Students May Hold the Key!


Students may hold the key to determining the outcome of next year’s General Election. This was the assertion made recently by the President of the National Union of Students (NUS), Toni Pearce. And there is good reason to suggest that this may not be an outlandish statement at all.

We need only to look to the recent independence referendum in Scotland, where almost 9 out of 10 people declared themselves certain to vote, to challenge lazy stereotypes about voter apathy.

Toni Pearce
NUS President
Toni Pearce, President of the NUS
Toni Pearce, President of the NUS

Few people doubt that the 2015 General Election will be one of the most closely-fought elections in a generation. Every vote will count, and the politicians know it. In 197 seats across the UK, MPs were elected in 2010 with a majority of 10% or less. A swing of more than 5% would result in a change of which party holds power in these constituencies.

Interestingly, official data reveals that more students are living in these constituencies than the swing needed for change. Right on our doorstep, in John Denham’s constituency, Southampton Itchen,  just 192 votes are required for the Conservative candidate to take the seat from Labour, making it fourth on their target list.

Student votes could hold the key to entire political careers

Toni Pearce
NUS President

Less than half of young people turned out to cast their vote in 2010, turnout for 18-24 year olds was only 44%.  Since then, circumstances have clearly changed. Many students were left utterly aghast at Nick Clegg’s broken promise not to raise tuition fees under any circumstances, and we all know what happened there. This, combined with the 2009 expenses scandal, amongst other things, makes Pearce seem justified in her view that it is unsurprising that 77% of young people do not believe politicians can be trusted.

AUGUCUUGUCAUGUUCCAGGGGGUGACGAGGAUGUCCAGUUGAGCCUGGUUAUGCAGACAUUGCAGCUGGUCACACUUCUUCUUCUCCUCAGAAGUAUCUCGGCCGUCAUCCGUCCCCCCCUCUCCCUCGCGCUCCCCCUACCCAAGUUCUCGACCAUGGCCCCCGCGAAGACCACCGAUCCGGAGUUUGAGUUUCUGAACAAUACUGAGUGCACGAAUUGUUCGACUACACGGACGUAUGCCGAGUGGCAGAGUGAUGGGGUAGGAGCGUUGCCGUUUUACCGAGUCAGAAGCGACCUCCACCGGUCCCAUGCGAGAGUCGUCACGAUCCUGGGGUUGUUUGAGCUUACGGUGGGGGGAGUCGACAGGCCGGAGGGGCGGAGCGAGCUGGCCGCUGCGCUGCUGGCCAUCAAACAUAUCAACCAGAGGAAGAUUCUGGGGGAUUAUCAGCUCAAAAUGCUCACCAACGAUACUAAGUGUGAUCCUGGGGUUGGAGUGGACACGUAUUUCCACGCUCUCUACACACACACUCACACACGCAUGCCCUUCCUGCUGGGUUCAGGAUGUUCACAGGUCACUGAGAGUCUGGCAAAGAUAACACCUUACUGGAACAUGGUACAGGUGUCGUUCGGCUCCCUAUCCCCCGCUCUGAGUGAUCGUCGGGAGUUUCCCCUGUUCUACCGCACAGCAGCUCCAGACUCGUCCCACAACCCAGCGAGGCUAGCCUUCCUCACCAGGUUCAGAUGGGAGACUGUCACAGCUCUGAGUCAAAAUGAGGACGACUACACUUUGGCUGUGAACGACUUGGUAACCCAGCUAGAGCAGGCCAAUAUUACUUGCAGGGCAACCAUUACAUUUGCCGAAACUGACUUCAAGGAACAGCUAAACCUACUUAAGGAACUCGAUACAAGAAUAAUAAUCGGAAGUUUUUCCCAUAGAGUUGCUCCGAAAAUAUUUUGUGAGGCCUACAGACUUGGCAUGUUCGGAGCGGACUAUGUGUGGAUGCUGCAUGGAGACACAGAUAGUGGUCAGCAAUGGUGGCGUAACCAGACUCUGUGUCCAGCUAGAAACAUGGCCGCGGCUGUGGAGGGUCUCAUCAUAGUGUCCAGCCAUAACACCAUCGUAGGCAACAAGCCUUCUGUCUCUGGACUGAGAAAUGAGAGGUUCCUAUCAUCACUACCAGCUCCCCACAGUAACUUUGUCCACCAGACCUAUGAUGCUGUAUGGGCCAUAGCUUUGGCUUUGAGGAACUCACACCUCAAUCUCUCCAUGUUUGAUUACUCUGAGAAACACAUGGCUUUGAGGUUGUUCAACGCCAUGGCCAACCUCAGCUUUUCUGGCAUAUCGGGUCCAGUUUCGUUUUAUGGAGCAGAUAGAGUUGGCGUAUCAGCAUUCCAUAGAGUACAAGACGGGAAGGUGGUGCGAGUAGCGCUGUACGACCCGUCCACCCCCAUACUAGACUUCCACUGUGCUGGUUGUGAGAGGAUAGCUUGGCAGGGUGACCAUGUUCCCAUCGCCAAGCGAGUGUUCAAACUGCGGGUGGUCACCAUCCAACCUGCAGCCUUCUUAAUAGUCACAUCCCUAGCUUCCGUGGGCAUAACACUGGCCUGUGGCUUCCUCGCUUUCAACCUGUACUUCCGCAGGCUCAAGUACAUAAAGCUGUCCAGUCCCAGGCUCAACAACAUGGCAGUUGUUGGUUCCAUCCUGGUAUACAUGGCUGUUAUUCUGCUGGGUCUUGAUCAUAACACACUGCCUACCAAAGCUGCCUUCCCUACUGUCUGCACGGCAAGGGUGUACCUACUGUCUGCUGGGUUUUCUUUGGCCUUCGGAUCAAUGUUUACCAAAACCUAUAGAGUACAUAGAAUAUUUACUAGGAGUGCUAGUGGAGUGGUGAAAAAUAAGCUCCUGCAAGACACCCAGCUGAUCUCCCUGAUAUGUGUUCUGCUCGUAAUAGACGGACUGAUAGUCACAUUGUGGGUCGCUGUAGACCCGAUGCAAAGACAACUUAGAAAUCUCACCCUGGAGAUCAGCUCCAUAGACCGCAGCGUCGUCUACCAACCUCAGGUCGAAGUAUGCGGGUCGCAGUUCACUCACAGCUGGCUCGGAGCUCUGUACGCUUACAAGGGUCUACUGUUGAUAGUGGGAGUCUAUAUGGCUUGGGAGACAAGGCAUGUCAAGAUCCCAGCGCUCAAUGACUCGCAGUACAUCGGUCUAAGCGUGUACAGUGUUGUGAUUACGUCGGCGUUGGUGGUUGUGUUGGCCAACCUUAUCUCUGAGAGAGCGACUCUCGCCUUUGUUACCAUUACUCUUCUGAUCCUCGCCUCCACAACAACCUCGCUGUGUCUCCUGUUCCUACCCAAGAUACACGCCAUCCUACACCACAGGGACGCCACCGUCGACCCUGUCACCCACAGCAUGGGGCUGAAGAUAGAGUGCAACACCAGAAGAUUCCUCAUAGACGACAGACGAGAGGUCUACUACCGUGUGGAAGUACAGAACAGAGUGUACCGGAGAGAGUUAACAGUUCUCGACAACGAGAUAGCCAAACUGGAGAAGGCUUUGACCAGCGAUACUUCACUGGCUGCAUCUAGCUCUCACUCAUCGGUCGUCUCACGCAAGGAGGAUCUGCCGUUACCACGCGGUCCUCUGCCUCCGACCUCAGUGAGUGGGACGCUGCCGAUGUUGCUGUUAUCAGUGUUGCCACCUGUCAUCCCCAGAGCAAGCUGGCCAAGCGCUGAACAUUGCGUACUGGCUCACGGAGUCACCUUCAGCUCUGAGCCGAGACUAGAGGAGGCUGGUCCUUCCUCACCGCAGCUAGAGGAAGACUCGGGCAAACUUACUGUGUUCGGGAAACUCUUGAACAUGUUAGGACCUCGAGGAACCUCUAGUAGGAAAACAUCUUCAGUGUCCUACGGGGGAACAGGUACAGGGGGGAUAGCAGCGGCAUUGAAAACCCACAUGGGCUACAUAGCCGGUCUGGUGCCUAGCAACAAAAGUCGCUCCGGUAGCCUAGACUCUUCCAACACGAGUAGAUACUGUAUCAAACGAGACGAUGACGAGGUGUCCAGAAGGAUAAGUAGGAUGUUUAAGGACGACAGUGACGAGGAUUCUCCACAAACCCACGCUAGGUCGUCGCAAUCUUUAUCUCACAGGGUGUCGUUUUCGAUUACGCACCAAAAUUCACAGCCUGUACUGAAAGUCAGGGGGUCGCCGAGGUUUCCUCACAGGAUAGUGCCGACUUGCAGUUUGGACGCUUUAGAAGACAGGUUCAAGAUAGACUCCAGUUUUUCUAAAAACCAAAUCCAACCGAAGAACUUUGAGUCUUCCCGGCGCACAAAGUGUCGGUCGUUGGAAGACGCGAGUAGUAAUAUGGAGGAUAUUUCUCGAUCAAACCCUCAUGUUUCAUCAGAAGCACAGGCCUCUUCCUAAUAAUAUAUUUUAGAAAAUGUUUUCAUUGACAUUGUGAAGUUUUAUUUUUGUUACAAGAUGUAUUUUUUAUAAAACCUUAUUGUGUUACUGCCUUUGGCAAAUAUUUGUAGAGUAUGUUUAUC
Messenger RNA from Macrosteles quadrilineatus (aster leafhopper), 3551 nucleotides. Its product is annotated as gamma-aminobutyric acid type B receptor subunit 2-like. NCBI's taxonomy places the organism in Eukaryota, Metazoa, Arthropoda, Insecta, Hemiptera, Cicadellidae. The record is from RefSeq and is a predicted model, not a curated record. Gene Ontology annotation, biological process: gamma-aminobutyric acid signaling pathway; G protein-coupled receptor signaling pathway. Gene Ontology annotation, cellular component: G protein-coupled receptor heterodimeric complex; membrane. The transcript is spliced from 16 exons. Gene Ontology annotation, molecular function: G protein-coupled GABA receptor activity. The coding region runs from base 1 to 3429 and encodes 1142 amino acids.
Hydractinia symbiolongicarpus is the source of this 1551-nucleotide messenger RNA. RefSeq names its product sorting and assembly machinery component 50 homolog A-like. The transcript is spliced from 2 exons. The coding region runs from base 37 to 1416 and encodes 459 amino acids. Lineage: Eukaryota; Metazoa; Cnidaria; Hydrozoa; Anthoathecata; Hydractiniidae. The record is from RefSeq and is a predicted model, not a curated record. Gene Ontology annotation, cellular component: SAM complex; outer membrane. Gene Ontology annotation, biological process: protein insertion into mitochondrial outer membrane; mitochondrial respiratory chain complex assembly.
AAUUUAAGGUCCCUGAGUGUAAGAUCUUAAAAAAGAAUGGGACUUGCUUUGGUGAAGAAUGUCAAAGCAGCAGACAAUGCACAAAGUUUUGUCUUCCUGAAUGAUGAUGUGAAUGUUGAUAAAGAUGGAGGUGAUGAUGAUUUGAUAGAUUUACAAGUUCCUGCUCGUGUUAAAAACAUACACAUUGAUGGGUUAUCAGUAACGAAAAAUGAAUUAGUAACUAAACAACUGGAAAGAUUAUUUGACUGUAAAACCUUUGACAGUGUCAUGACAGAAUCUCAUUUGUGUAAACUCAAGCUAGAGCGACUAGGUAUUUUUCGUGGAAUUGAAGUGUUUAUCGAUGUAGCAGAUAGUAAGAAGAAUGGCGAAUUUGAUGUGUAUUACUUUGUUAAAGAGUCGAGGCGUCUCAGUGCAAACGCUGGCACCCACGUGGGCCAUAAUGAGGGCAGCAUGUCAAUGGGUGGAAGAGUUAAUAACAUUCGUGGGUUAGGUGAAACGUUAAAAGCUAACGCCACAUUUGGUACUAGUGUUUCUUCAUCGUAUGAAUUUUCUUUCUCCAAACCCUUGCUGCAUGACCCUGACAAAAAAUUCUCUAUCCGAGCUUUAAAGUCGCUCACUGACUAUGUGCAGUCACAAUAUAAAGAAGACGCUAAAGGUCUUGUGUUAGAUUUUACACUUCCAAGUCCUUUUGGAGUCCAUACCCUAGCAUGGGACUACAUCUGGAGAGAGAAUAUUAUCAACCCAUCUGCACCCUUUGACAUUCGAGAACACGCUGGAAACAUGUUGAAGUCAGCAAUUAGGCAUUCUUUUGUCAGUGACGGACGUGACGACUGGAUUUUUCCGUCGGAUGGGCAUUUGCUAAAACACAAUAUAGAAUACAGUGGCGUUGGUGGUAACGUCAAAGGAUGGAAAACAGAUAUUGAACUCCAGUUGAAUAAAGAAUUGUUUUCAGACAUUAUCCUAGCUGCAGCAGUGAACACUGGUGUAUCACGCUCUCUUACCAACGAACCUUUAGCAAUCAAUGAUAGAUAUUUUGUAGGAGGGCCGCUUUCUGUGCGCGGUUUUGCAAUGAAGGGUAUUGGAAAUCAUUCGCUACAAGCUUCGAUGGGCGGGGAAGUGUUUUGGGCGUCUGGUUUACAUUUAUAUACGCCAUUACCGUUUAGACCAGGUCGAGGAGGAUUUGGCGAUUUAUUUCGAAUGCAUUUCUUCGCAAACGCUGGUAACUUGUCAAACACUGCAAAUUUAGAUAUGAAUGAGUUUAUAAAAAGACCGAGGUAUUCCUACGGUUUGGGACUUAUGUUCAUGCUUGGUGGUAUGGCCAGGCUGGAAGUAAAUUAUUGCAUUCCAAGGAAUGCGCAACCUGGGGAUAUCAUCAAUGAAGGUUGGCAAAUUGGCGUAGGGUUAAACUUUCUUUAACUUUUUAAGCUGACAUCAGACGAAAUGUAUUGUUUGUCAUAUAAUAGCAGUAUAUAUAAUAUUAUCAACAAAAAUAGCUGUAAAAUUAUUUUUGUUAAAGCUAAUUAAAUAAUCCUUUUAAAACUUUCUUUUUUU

Yet to think tuition fees is the only concern of young people today would be to miss the point. High unemployment levels, unpaid internships, and a huge national deficit are some of the issues with which our generation is forced to contend. Leaving University with the thought of not necessarily being able to get a full-time job is surely an alarming prospect.

LibLabCon leaders

Pearce believes that students’ concerns can be taken seriously, but only if students are willing to turn out on polling day to vote. Some critics suggest that the reason politicians do not bother to engage with young people is because we are apathetic and uninterested in democracy. This is quite the opposite from reality, many students feel let down.

At a General Meeting on Monday 27th October, SUSU, which is not affiliated to the NUS, voted to spend up to £20,000 on ‘political expenditure’, to make sure that students’ voices are heard in the General Election.

With the election now less than six months away, it would not be unreasonable to say that students could actually be the group causing a political “earthquake”.

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